A recent study suggests that people could be likely to adjust how attractive they find a face based on how attractive other people say that face is. There have been studies before saying that people will adjust their reporting of attractiveness based on the opinions of others—which held true here—but this study has the added gee-whiz factor of measuring reward centers of the brain, which correlated with the self-reported shift in attraction.
But the study needs a closer look—any study does, especially one that might seem to confirm insecurities, particularly women's insecurities. (Am I alone in the insecurity bit? I quote from a fellow I was unfortunate enough to go out with: "The rest of the world doesn't know what it's missing by overlooking you. You're beautiful!" Is it just me?)
1) Not only was the grand total of study participants exactly 14 people, all 14 of those people were men, and all of them were between the ages of 18 and 26.
What would the study have found if it had tested women as well? Certainly I don't think women are more immune to society's sway than men—and contrary to what some women (and men) have told me, neither do I believe that women have a broader spectrum of what they find attractive, nor that we're better able to find a man's "inner beauty" than they are ours.
What I do think is true is that women's looks are often spoken of in terms of currency, as though every woman begins with value X and that certain features incrementally add to that value. Now, this study wasn't about those features; it was about what others supposedly thought. I'm pretty sure that even people (men and women alike) who don't view women in terms of market value have been pretty well trained to think that there's a currency attached to women's appearance, like it or not—and currency is worthless unless we know that others around us assign it value. As a culture, we're more easily able to separate a man's value from his appearance; had women been asked to rate men, would we be so eager to change our number based on what others think?
2) The experiment measured neural pathways connected to financial rewards, not pathways connected to sensual pleasure. This experiment doesn't measure response to beauty at all; it measures calculated value.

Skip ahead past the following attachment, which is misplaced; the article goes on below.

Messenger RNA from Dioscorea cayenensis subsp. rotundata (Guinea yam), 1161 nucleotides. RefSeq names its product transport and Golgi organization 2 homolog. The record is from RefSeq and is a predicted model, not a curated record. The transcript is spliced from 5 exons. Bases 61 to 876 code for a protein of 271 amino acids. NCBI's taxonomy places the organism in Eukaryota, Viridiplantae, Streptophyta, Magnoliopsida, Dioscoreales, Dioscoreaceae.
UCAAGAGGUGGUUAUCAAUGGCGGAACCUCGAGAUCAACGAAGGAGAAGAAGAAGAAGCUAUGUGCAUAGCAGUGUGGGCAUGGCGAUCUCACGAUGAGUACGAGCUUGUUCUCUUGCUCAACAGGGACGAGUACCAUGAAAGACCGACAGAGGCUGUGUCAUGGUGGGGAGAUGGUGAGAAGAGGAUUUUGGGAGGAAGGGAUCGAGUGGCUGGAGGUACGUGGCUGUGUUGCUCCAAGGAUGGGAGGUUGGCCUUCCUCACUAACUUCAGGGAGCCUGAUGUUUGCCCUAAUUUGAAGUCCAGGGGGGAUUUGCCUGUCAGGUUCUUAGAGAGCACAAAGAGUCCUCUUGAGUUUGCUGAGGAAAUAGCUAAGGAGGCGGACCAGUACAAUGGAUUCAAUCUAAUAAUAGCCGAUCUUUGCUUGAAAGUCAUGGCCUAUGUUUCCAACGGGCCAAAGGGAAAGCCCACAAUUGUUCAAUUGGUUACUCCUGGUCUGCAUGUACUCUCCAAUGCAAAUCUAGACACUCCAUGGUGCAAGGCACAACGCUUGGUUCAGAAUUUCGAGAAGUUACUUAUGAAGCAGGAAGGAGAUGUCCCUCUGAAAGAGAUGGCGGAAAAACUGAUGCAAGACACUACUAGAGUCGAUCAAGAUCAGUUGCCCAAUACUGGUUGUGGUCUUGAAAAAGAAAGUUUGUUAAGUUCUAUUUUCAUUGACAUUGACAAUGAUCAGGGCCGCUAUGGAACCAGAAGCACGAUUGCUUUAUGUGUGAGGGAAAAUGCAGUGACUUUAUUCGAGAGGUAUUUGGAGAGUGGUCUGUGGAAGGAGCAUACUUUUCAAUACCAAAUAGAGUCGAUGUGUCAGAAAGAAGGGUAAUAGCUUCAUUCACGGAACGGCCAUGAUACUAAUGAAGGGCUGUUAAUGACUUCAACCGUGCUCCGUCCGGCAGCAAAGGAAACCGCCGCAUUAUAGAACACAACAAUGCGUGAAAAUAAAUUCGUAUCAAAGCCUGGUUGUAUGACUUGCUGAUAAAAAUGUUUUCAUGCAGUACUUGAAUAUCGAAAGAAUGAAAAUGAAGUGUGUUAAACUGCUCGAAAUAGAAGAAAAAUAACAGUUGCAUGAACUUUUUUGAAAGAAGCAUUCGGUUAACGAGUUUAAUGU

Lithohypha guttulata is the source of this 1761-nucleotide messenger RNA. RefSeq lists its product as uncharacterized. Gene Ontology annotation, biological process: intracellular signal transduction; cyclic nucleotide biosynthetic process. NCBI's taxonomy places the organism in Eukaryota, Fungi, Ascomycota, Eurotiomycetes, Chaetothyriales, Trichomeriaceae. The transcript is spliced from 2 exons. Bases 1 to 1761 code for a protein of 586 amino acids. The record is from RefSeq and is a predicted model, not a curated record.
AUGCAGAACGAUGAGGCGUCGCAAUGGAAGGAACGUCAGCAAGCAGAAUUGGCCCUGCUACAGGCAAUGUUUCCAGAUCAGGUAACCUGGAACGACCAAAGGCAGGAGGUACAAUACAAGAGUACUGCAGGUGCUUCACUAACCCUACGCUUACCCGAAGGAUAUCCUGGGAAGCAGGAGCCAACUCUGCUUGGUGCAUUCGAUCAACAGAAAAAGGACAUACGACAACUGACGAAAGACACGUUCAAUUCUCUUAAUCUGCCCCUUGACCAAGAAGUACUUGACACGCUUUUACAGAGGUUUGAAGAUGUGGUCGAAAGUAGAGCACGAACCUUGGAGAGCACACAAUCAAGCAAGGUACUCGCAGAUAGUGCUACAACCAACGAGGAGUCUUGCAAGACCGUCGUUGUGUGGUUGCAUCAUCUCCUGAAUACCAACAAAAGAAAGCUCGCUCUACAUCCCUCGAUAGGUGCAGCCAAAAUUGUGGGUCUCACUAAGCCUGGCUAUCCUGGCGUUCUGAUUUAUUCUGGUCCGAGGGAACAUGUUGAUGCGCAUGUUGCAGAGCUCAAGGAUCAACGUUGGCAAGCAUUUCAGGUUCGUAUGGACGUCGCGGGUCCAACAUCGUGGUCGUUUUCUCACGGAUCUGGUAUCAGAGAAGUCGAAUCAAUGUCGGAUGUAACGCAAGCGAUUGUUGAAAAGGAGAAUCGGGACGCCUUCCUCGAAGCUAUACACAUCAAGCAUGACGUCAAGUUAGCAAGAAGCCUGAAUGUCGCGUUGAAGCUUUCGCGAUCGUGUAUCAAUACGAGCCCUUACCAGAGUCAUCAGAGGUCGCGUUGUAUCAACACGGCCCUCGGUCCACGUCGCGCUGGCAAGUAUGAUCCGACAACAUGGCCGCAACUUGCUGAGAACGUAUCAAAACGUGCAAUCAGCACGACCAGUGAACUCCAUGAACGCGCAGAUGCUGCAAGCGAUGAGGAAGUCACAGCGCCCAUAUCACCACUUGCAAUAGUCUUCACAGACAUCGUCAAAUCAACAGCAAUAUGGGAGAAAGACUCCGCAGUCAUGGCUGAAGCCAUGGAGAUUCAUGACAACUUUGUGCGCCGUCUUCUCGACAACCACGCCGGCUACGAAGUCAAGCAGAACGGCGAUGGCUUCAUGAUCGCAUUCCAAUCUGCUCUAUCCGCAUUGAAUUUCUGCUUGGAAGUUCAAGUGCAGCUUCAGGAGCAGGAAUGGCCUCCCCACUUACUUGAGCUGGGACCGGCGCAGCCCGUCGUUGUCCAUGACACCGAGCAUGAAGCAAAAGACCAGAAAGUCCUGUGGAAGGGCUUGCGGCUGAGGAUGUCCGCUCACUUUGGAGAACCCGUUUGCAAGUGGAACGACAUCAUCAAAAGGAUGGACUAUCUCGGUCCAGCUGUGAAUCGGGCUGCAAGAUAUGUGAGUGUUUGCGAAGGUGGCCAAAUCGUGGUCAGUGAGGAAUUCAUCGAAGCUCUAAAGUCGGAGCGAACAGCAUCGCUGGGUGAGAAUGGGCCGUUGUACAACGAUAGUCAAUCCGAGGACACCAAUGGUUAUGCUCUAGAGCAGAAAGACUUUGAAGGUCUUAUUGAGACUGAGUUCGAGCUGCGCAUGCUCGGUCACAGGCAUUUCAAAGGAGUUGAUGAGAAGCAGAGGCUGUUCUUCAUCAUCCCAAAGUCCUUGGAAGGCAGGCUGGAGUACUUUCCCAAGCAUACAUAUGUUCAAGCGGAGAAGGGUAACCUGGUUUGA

(The researchers made this clear in their writings, but as so frequently happens, the journalists who wrote up the story morphed it.) And the study sample—men between the ages of 18 and 26—isn't exactly a population known for shying away from financial risk, you know? We don't know if the participants intrinsically changed their mind about whether a particular face was more or less beautiful; we only know that the perceived value increased or decreased according to other people's input.
3) Hot-or-not studies are sort of gross, right?
We can all agree on this? I mean, in college I did all sorts of shit for money in the psych lab, but I'm really icked out by the thought of being paid to sit there and rate faces on a 1-7 scale. But damn if people don't love to read about them! It validates our more shameful moments of being judgmental, and simultaneously serves to keep us wondering where we'd fall in the mix.
4) Attractiveness is not the same as beauty.
Of all the maxims about beauty, the only one I fully believe to be true is that beauty is in the eye of the beholder—that is, we really can't help what we find beautiful. The crowd might nudge us one way or another, but…if you're not a Gisele kinda lady, you're not a Gisele kinda lady, knowwhatimean? And this study, at first glance, flies in the face of that.
But attractiveness is something that is a little more generic, a little more across the board—and a little more easily agreed upon. Of the women I've talked with, many of them have said, unprompted, that pretty much anyone can be attractive with the right sort of effort; beauty, on the other hand, is a more elusive quality, one that might be easily mimicked but not easily faked. We find what is rare, beautiful; we find what we can agree upon, attractive. That's not to say we're all attracted to the same things (we'll save evolutionary theory for another post!); in general, there are certain things we all find attractive, but what we find beautiful tends to be more individual, in my definition of it. It's less easily packaged; it's even less easily rated, and it's not something that we could change even if we wanted to.